As the former CIO of the White House and with many years of experience, Theresa Payton is a recognized name in security, and a truly dynamic figure whose intelligence, passion, and drive permeate to all of those around her. With a hunger for identifying key cyber security solutions, Theresa has evolved into one of the most respected experts, and she embodies a true evangelist with her forward-thinking perspective.
Payton shares her thoughts on women in security, as well as key considerations for continuing to push the industry forward. GEEK IS CHIC Payton has only a small circle of close female friends who work on the technical side of security. “It is fabulous that more women are on the product, sales, and marketing side, but I would like to see more women in the analytical, technical, and ethical hacker side.” This lack of female presence is in part due to the image problem security faces.
Payton mentions a Girl Scouts of America study that discusses how women have historically chosen careers where they have a connection and direct correlation to helping people. “Security has not done a good job of showing how cool it is to join the ‘good fight’ and protect friends, family, and corporations from the bad guys,” says Payton. The industry has failed in demonstrating this exciting side of security, and the obvious correlation to helping people is often lost. When Payton is evangelizing and recruiting people to join the industry, especially women, she tells them ‘it’s chic to be geek’, and promotes the image of having a direct impact on customers. She believes that this will influence more women to seek out security-related professions and move the needle on elevating the attraction to security.
THE POWER OF MENTORSHIPS Payton’s mentor always told her that when you are the first female manager or first female on a project, be aware that people might be uncomfortable because it may be new to them. Payton says, “If you can disarm and charm them by asking if anything you are doing makes them uncomfortable, then you open up an honest dialogue that helps avoid issues later on.” She emphasizes the importance of striving for open, authentic, and constructive dialogue in order to achieve collaborative success.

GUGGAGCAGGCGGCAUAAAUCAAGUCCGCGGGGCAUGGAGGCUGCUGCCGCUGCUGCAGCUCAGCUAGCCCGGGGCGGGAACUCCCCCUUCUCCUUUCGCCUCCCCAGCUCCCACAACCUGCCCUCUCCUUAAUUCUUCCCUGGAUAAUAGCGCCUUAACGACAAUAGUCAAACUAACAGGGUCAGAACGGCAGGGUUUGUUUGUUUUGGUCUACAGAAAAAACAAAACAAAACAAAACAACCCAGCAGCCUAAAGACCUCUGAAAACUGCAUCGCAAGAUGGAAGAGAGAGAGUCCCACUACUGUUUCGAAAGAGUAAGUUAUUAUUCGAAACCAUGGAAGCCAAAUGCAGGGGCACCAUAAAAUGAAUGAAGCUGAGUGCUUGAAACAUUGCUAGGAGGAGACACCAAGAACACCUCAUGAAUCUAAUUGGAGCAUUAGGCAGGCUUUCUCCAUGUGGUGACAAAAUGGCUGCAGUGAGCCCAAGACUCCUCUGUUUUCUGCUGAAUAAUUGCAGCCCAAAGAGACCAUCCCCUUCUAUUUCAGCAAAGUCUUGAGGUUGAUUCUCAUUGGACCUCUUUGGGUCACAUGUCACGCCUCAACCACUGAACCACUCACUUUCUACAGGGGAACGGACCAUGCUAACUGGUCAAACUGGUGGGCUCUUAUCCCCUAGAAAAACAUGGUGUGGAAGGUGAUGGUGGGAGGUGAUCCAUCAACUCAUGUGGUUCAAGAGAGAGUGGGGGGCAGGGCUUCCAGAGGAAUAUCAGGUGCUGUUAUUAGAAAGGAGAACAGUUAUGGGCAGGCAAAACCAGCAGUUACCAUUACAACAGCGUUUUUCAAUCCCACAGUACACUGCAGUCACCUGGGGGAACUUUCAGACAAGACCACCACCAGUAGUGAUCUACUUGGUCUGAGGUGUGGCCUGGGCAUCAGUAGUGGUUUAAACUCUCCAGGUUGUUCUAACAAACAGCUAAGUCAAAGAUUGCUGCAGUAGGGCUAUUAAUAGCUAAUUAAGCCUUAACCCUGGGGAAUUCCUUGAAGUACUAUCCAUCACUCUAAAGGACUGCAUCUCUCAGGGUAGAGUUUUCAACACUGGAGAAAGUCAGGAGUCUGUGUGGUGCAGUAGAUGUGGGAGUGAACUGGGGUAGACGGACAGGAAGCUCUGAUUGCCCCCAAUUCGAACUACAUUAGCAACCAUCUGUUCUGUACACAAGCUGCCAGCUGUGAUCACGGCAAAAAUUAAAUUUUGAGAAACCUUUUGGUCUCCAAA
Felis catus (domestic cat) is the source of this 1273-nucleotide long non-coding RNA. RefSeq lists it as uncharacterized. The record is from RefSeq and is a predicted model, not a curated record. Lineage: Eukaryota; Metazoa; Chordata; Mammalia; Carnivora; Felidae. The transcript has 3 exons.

Payton believes that all women should seek out a mentor and do so with a clear notion of purpose and dedication. “You get out of it what you put into it and you should work hard to show your mentor that you are willing to put in a lot effort. Make sure your mentor understands that they will see a return on their investment and time. If you do this, is it hard for someone to turn you down, and you are going to see a lot out of that relationship,” says Payton.
SECURITY AS A BUSINESS STRATEGY In many organizations, executives view security as a compliance and risk exercise. “We are doing security wrong, and also doing it a disservice, because security should be an enabler through enhancing customer experience and revenue,” she comments. The vital piece of strategy that many organizations lack is the impression that they are a technology company first. For example, banks are technology companies that do banking for a living and retail companies are technology companies that sell clothing and merchandise for a living.
While there is no one size fits all approach, Payton believes that the CISO and CIO should not be competing roles. “My hope is that over time, if you have hired the right CIO and CISO, then they do not have to report up to different places in the organization. They should not be competing roles, they should be complimentary,” she says. This alignment, paired with a business-focused value strategy, is a recipe for success. By enabling the Board Room to understand that customer confidence and revenue are key competencies of security, many challenges of gaining budget and resources will dissolve.
For a CISO or security leader to attain this level of maturity, Payton recommends starting with great online resources and watching videos of how others solved complex security problems, such as TedTalks which present in terms of business value. She also believes in reading business periodicals that anyone on the Board would read and noting the words they use so you may speak their language and provide solutions that they easily understand. Payton says, “It is important to learn from luminaries in the industry who have cracked the code on how to speak ‘tech and exec’ at the same time, so when they hear from you, you receive the funding and resources you need.”